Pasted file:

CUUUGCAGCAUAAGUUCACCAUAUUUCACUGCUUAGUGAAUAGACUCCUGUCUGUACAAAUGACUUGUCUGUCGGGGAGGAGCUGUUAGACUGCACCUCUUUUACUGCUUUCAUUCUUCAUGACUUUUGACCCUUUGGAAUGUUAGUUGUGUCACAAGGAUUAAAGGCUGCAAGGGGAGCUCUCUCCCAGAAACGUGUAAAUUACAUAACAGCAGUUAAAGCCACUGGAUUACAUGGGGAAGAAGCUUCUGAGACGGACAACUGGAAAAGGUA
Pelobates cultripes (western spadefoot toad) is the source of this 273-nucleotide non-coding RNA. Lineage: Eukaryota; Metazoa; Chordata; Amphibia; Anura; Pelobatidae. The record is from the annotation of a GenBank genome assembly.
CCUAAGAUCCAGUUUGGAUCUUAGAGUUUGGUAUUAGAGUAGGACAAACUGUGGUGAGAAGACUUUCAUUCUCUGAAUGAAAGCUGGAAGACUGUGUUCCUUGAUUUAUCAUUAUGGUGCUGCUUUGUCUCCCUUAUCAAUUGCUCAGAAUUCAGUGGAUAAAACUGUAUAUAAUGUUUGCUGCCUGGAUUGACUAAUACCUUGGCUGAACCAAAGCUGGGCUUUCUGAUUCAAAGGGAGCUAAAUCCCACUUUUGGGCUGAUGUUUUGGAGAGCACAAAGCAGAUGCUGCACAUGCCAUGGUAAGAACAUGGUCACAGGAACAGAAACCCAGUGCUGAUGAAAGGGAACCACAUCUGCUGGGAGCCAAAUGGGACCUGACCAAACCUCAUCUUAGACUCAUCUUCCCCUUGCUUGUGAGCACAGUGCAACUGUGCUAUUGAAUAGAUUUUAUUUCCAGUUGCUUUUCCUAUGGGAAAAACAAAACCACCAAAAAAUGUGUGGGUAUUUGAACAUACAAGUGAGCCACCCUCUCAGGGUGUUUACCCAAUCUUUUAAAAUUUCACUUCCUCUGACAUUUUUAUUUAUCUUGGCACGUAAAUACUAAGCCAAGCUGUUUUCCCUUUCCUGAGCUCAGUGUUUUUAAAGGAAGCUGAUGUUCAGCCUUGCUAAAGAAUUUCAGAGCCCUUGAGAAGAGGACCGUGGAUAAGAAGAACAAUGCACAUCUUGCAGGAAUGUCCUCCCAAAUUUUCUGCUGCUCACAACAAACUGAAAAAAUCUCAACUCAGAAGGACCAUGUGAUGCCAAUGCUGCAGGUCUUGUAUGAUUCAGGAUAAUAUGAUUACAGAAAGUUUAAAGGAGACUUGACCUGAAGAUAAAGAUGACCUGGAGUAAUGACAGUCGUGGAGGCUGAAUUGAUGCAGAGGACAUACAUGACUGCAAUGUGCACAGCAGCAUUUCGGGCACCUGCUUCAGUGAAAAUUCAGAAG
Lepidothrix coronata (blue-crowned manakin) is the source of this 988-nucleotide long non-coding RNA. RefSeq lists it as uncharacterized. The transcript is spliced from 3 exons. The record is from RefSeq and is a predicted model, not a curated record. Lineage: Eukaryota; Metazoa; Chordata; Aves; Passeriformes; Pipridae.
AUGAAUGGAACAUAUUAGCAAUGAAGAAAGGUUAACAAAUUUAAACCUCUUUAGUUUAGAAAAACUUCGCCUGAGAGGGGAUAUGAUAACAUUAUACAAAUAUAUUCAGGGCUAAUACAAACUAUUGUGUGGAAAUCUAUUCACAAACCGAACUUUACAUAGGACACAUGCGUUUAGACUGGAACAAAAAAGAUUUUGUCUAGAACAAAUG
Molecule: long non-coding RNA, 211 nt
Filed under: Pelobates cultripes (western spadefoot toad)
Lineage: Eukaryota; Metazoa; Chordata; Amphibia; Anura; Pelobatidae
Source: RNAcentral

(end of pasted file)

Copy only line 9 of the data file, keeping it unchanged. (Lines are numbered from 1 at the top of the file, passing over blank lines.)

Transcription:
Source: RNAcentral